Trulia Community - Advice from neighbors and local experts

Find Your Community
We couldn't find that location. Please try again.
Get Expert Advice

98077 : Real Estate Advice

  • All4
  • Local Info0
  • Home Buying1
  • Home Selling2
  • Market Conditions0

Activity 4
Thu Jul 23, 2015
Christopher Pagli answered:
You won't get a response from the admins in this q&a forum, you'll have to contact Trulia customer service.
0 votes 1 answer Share Flag
Tue Oct 9, 2012
Karen Mcknight answered:
Hi Carissa,

Lease Option contracts have a very high percentage of failure. Usually the earnest money in the purchase part of the lease purchase is non-refundable. But that totally depends on your specific contract. Deciding how to handle the earnest money is guided by the wording of the purchase and sale agreement part of your contract.

The lease payments are a separate issue. Hopefully you got first and last month lease payments plus a security deposit for the lease portion. Your lease contract will guide your choices here also.

Lease purchase is actually a good seller strategy because if the buyer / lessee decides not to move forward, you have their non-refundable earnest money and / or you still own the property. You can do another lease purchase, you can sell the property, or you can keep it as a long term rental, which is the best way to build wealth. You have lots of choices.

You received lease money for quite a few months and now the market has improved, so it is possibly a better time to sell than it was when you signed the lease. I sell in the Woodinville area and would be happy to meet with you for a no obligation consultation on your specific situation. I also work with investors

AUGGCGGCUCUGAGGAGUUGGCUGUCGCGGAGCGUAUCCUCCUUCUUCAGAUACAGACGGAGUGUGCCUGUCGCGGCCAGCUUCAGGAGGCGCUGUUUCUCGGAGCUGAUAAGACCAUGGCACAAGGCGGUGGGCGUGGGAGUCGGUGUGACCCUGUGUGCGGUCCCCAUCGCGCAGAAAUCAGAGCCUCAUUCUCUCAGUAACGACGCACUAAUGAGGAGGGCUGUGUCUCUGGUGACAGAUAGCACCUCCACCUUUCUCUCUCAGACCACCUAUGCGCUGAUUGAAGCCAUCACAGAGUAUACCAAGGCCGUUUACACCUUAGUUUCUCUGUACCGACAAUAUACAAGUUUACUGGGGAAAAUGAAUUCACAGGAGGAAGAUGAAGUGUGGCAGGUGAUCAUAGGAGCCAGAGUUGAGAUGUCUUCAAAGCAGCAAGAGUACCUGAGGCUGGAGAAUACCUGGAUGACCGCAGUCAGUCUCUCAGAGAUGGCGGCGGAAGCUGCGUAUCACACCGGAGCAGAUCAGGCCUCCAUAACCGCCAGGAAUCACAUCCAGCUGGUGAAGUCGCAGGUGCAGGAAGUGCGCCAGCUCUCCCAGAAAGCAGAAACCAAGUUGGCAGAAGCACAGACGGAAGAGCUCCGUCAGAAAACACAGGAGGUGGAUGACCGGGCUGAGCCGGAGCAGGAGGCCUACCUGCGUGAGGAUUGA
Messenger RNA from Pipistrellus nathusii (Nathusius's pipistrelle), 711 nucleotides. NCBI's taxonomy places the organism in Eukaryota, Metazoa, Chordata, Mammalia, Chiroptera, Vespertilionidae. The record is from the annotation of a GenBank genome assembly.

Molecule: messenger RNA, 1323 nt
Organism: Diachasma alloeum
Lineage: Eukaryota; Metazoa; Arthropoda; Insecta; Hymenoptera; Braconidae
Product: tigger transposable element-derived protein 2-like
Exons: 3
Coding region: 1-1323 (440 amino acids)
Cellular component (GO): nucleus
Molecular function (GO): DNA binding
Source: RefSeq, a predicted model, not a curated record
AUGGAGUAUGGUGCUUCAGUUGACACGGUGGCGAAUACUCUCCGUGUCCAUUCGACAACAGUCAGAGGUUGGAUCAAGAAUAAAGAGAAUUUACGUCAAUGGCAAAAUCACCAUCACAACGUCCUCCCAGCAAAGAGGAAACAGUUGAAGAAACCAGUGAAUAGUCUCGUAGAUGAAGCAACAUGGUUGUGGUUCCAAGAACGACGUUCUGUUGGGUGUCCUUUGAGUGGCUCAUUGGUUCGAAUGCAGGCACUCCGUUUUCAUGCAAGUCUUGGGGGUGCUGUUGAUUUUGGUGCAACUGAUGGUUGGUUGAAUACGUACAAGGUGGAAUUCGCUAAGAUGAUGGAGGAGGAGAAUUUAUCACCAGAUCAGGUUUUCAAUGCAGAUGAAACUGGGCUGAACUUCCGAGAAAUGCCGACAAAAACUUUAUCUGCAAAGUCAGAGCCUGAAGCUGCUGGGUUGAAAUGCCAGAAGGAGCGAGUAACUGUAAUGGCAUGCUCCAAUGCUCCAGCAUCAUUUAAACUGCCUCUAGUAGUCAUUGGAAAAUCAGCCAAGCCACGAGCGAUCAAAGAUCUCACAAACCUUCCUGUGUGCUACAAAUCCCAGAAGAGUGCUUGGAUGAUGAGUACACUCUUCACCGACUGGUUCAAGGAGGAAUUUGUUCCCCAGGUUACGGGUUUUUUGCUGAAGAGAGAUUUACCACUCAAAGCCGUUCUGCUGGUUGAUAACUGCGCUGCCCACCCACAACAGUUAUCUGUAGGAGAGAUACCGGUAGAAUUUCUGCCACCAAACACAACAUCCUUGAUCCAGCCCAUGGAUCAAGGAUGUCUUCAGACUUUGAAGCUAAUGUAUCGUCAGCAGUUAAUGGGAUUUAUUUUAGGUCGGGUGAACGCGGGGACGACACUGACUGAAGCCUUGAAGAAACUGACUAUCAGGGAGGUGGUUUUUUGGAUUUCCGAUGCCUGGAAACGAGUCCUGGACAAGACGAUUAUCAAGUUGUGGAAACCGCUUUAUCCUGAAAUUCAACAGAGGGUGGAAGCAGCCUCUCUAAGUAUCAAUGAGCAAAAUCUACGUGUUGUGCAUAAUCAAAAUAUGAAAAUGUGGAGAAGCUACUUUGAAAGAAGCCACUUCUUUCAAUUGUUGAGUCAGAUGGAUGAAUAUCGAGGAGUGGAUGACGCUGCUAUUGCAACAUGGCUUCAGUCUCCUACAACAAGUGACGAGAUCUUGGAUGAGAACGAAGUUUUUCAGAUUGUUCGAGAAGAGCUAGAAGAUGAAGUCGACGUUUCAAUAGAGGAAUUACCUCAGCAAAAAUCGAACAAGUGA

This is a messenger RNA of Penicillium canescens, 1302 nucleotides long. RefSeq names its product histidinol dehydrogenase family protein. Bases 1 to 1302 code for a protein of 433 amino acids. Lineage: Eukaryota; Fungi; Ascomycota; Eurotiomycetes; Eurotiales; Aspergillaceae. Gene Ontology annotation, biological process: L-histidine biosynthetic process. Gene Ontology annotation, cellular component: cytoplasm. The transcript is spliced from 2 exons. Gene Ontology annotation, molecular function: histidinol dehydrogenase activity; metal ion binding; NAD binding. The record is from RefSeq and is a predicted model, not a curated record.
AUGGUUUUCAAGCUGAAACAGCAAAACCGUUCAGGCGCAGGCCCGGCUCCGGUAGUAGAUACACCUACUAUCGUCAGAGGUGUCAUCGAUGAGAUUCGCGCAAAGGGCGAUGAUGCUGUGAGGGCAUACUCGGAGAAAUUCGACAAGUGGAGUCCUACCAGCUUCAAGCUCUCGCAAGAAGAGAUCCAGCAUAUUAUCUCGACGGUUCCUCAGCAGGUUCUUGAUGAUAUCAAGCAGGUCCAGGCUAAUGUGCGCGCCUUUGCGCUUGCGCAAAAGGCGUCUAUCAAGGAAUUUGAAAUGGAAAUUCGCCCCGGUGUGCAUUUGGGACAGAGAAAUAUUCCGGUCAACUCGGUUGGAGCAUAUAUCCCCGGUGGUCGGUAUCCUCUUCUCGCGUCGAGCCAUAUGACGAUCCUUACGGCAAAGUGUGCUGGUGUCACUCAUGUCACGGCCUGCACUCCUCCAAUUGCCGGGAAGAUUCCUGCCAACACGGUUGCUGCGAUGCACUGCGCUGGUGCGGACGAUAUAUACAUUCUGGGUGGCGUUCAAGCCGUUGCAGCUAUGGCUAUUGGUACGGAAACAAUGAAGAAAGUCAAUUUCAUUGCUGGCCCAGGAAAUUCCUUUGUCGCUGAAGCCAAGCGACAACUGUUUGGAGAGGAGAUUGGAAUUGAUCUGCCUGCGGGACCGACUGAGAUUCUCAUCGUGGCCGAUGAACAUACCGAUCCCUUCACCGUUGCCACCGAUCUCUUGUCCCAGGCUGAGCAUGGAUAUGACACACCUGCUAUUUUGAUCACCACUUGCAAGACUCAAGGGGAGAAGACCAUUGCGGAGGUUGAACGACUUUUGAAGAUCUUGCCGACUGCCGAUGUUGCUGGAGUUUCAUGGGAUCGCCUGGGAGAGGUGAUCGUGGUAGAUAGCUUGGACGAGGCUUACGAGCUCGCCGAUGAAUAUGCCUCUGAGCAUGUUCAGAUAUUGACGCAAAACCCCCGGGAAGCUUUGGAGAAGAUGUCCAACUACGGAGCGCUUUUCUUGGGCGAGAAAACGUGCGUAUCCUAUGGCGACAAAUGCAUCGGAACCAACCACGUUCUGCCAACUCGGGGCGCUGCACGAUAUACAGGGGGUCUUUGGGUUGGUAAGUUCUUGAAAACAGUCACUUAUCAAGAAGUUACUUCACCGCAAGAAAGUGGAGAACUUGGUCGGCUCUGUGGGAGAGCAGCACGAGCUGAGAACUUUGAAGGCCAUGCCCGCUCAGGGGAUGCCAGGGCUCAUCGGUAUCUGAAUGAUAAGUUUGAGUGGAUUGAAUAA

You can contact me at my web site, .

Warm Regards,
... more
0 votes 13 answers Share Flag
Fri Jun 8, 2012
Jim Olive answered:
Okay, first of all, be VERY WARY of any answer that includes "absolutes" (ie: "short sales are great deals" or "short sales take at least 6 months") because no two deals are exactly alike. Short sales can be really great deals. They can also be really bad deals. They can also go RELATIVELY quickly or very, very painfully slow. I've experienced them from both the viewpoint of the buyer and the viewpoint of the Real Estate Agent. Check out my blog for the story of my short sale:

Best of luck with your purchase...
... more
2 votes 7 answers Share Flag
Tue Aug 10, 2010
Jo Soss answered:
Dan has a great answer. I like his statement "Just because the buyer is related to the agent doesn't make it a bad offer, but it should have been disclosed up front so you wouldn't have these concerns."

Have you confronted your agent? What was their response? I too would speak with a real estate attorney. Good Luck, let us know how it goes!
... more
1 vote 11 answers Share Flag
Search Advice